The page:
- This topic has 5 replies, 6 voices, and was last updated 4 years, 10 months ago by bill.
May 24, 2018 at 9:31 am #936hopscotchParticipant
Quick question, can’t go into too many details as its an ongoing case but as title really.
Someone I know has lost their job (unfairly dismissed) and their solicitor may go down the line of an employment tribunal against their employers. Seems like this person has a very good case, but I’m no solicitor and just because you think you have a good case doesn’t necessarily mean you could win a tribunal which is why solicitor is involved.
But person is concerned whether they should look for work or not. They have been working doing cash in hand stuff as they can’t claim benefits (reason for no benefits is not directly related with being dismissed as it happens but for another reason entirely). The person concerned needs to pay bills, mortgage etc. They haven’t had their final pay or their P45 from their previous employers but I assume their status is still unemployed.
I said it shouldn’t make a difference whether they are working or not whilst all the to-ing and fro-ing with solicitors letters is sorted out. Is this correct? If it does go to a tribunal and the judge asks how you have been supporting yourself would you get into trouble for doing cash in hand stuff, i.e gardening jobs, etc.
May 24, 2018 at 9:32 am #937adamParticipant
Any cash in hand work is going to potentially troublesome – by rights you should be registered as self-employed and declaring it. Could be problematic both for tax and for benefits. If earnings are below the personal allowance (currently about £11,00 per annum, can’t remember exact number off top of head), no tax is owed on it. But it should still be declared.
If you haven’t received a P45, AFAIK, you are technically still employed. I was involved in a tribunal a couple of years ago and the actual status of my employment was a central part of the case – in the absence of a P45, I was deemed technically still employed by the party in question. A lot of this stuff is surprisingly grey though, so solicitor should be consulted to give a firm answer. In my case, I ultimately requested a P45, on advice of my lawyer, but my circumstances were quite different – requesting it could potentially be construed as acceptance of the dismissal and make tribunal case weaker, depending on the exact circumstances, so it really isn’t something anybody apart from a legal expert can advise on.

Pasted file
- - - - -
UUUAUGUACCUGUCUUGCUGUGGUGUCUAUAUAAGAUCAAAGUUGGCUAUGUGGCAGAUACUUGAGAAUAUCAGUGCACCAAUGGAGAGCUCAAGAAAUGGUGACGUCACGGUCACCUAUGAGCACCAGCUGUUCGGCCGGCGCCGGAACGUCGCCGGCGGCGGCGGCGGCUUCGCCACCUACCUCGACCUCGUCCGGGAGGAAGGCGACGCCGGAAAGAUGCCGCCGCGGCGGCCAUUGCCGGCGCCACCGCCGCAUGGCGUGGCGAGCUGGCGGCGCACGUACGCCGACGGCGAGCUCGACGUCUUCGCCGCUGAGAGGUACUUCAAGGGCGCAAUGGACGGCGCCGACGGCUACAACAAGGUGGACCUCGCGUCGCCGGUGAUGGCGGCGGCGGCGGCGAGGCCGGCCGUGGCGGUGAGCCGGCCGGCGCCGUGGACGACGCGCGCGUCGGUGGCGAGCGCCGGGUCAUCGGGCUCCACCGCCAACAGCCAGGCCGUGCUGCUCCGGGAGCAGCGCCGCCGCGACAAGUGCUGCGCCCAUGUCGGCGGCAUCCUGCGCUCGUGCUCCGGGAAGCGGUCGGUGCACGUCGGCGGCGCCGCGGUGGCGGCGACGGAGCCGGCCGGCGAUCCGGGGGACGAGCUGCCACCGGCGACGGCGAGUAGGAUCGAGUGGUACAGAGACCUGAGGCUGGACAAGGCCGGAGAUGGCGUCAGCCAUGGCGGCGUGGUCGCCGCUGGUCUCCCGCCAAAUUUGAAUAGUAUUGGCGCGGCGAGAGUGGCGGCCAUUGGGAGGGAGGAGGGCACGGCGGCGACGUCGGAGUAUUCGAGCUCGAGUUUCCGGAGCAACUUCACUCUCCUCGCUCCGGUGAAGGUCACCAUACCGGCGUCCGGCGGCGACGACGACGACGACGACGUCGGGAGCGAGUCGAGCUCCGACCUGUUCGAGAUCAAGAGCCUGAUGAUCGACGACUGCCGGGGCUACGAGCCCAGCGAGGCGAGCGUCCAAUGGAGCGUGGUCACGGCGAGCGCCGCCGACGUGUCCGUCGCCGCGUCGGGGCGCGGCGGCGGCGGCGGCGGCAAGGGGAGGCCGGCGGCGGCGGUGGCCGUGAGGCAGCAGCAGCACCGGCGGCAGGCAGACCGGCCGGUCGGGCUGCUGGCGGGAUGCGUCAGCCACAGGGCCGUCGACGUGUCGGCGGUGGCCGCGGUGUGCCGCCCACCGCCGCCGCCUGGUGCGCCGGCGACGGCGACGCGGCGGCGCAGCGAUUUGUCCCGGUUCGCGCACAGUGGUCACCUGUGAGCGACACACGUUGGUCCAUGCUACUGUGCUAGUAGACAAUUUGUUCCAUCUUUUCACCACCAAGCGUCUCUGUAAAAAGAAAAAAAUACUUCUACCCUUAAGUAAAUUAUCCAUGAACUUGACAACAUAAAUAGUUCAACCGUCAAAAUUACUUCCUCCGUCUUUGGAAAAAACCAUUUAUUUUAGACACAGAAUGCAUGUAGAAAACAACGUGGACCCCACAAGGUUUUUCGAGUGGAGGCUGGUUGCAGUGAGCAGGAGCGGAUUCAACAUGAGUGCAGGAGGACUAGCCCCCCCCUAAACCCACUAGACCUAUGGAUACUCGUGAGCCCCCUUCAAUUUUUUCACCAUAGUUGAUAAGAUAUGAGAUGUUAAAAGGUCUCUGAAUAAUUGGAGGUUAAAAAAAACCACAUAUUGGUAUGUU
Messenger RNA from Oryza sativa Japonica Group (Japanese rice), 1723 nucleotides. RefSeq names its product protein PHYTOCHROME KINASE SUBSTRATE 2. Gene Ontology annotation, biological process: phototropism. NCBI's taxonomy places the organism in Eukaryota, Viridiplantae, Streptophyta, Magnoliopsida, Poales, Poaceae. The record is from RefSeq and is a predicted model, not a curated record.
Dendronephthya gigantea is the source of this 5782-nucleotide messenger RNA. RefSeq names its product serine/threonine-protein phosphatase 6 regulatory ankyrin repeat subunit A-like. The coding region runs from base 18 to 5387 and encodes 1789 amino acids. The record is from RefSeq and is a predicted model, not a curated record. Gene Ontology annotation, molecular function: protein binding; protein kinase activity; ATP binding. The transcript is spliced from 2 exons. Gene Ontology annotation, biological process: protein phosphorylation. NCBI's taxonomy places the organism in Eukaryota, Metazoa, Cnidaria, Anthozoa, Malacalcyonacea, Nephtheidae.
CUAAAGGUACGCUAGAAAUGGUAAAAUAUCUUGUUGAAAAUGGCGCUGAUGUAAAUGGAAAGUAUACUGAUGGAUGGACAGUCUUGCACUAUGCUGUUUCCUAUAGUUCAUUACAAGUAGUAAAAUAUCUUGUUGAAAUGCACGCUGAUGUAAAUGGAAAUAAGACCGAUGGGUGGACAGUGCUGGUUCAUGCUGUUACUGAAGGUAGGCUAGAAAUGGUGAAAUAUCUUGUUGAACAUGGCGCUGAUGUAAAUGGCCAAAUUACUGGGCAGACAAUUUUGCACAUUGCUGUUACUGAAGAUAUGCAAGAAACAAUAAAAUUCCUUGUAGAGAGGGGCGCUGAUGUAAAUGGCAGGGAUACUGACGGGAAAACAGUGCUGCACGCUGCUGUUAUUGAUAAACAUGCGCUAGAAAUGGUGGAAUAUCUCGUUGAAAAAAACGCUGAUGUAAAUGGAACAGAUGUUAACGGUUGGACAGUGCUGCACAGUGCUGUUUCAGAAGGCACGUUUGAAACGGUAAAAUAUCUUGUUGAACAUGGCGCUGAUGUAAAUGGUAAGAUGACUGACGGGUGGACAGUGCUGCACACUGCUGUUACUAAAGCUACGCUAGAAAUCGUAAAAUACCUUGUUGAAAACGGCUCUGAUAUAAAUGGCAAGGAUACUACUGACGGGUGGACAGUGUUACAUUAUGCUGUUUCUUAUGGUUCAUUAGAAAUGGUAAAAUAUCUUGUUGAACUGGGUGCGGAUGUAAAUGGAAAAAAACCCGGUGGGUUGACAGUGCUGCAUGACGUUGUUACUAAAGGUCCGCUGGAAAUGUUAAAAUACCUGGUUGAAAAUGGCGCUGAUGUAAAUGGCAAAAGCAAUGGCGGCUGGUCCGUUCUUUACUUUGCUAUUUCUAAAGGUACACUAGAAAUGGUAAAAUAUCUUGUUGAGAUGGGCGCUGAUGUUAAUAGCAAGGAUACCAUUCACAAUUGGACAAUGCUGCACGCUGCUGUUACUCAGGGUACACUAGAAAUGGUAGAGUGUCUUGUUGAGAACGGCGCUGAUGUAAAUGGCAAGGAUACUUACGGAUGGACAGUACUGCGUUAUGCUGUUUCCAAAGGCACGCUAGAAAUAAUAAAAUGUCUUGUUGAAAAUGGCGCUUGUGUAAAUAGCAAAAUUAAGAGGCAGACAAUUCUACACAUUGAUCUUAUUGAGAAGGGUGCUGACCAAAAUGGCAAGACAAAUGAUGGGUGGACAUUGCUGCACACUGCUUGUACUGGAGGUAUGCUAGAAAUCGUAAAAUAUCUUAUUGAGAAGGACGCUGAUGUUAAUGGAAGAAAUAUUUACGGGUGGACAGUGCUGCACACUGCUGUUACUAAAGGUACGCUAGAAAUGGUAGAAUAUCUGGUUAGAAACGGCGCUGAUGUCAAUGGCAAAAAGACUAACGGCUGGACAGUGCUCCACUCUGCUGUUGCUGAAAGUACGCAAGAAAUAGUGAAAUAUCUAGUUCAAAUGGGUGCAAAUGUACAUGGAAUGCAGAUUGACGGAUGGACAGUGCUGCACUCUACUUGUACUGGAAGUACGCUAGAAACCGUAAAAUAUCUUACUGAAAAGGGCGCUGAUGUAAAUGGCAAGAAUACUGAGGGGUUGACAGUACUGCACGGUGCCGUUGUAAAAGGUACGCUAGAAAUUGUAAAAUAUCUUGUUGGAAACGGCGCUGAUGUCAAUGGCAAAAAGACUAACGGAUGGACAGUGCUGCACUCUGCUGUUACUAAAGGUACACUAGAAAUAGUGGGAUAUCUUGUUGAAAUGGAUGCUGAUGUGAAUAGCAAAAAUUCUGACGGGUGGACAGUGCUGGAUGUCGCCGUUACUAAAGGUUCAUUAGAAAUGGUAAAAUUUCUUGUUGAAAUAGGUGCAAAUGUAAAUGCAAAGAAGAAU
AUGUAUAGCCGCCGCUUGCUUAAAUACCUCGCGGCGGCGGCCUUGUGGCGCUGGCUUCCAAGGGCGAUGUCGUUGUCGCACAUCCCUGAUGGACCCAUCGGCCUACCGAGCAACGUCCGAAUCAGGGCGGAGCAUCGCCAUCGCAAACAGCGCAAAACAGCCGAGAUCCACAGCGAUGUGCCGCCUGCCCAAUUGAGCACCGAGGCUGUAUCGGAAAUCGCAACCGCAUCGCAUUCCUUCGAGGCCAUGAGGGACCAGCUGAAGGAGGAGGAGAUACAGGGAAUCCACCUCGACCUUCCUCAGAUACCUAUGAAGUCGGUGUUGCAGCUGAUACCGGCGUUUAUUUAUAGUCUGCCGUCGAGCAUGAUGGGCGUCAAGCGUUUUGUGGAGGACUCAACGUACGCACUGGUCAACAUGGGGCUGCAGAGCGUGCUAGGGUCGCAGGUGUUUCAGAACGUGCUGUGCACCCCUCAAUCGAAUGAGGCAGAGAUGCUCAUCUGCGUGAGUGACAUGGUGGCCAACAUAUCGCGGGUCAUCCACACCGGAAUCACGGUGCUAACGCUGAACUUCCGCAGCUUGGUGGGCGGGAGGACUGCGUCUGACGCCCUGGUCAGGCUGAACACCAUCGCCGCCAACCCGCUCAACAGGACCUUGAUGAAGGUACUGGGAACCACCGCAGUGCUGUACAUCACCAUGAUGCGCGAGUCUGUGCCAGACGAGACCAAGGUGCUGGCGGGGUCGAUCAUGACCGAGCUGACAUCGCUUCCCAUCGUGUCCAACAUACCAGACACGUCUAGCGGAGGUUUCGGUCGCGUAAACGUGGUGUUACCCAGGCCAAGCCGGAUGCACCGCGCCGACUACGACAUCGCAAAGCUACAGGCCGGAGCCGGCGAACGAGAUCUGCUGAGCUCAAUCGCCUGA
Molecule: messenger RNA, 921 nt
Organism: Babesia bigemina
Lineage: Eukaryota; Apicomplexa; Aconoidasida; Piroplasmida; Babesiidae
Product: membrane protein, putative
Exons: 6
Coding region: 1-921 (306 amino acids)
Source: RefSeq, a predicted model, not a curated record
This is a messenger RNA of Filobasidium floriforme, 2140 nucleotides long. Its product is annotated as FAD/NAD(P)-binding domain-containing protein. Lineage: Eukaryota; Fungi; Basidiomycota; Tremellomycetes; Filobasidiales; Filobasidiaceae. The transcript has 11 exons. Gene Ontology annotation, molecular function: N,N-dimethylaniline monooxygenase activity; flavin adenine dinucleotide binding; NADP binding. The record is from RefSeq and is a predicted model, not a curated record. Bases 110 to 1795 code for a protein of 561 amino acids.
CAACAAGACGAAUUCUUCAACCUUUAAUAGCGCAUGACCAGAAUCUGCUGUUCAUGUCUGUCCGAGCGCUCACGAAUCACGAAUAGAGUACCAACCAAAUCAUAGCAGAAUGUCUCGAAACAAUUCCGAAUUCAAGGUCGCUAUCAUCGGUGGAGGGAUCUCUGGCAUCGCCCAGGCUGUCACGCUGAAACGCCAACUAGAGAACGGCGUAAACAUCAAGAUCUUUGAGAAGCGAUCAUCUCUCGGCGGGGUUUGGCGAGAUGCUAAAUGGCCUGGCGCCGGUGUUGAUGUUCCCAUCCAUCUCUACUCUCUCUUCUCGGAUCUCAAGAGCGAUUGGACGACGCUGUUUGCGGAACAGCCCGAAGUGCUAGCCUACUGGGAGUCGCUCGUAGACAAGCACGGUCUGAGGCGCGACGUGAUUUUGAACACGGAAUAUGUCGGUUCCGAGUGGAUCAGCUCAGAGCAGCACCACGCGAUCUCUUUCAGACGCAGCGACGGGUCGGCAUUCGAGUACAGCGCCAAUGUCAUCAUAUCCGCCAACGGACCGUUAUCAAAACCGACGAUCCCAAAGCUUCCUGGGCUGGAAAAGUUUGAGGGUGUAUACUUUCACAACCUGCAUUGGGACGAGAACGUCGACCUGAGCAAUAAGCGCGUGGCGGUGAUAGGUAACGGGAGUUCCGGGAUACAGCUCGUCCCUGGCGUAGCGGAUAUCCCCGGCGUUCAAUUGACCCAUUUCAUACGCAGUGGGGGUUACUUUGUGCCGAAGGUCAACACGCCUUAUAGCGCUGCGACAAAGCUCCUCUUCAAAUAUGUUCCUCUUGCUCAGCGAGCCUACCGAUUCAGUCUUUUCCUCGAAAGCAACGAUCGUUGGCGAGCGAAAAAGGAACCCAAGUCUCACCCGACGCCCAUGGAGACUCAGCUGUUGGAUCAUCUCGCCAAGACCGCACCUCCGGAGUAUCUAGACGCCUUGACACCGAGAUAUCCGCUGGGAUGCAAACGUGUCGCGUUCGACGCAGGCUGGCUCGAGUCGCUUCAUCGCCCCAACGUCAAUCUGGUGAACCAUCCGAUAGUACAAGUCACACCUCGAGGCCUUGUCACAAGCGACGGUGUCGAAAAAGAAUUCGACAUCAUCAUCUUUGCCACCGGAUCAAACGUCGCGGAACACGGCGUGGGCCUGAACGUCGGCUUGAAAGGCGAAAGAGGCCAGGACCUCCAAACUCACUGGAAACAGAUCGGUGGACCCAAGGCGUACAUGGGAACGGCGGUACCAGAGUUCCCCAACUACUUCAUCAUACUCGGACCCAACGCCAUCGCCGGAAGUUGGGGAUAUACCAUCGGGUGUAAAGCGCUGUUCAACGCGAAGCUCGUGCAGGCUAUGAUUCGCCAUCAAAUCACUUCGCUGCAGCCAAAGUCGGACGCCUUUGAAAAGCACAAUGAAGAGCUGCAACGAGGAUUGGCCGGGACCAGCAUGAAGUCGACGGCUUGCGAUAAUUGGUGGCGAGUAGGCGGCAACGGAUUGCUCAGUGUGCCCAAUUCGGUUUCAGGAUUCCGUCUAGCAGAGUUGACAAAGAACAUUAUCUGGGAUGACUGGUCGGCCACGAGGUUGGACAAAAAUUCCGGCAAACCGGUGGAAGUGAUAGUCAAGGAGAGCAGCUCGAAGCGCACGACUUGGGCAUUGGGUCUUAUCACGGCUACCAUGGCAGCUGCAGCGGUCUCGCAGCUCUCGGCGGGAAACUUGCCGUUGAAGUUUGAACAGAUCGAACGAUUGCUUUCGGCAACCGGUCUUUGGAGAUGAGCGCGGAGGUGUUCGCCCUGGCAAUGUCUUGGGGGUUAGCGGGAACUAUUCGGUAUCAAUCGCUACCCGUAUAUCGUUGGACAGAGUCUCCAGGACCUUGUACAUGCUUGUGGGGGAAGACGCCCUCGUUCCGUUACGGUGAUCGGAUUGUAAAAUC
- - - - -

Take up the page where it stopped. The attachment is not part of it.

In general, I don’t see why a person would not be allowed to work whilst awaiting tribunal, but the specifics about how they go about it would need to be considered. I’m not sure how a pending case would affect a job application for example.
May 24, 2018 at 9:32 am #938moParticipant
There’s no law against having more than one job! – you just need to do it by the book.
In the absence of a P45 your friend can download a New Starter Checklist form to give to a new employer to help them determine their tax code. One of the options you can check states “As well as my new job, I have another job or receive a State or Occupational Pension”.
May 24, 2018 at 9:33 am #939SaiParticipant
I don’t think there’s any reason not to work. But the person will not be able to claim for loss of earnings if they are employed elsewhere, so the final settlement, if they win, will be less any earnings, including the cash in hand stuff.
May 24, 2018 at 9:33 am #940joParticipant
Writing as an employer – the first thing I’d say is – can you do the job I want – and the second is- why did you leave your last one?
Now I don’t particularly mind, I’ve had all sorts – went to prison, smacked my old boss ( I liked that one!) and all things between – for me it’s a test question – I want honesty.
May 24, 2018 at 9:34 am #941billParticipant
There is no reason they cannot work. The ‘unfair dismissal’ option is the hardest one to win at a tribunal, the tribunal judge will be looking at whether correct procedure has been followed, so whilst I cannot say they won’t win I will say it will be a tough one!
As someone has correctly said, the wages they earn whilst waiting for the tribunal to be heard will be offset against any compensation
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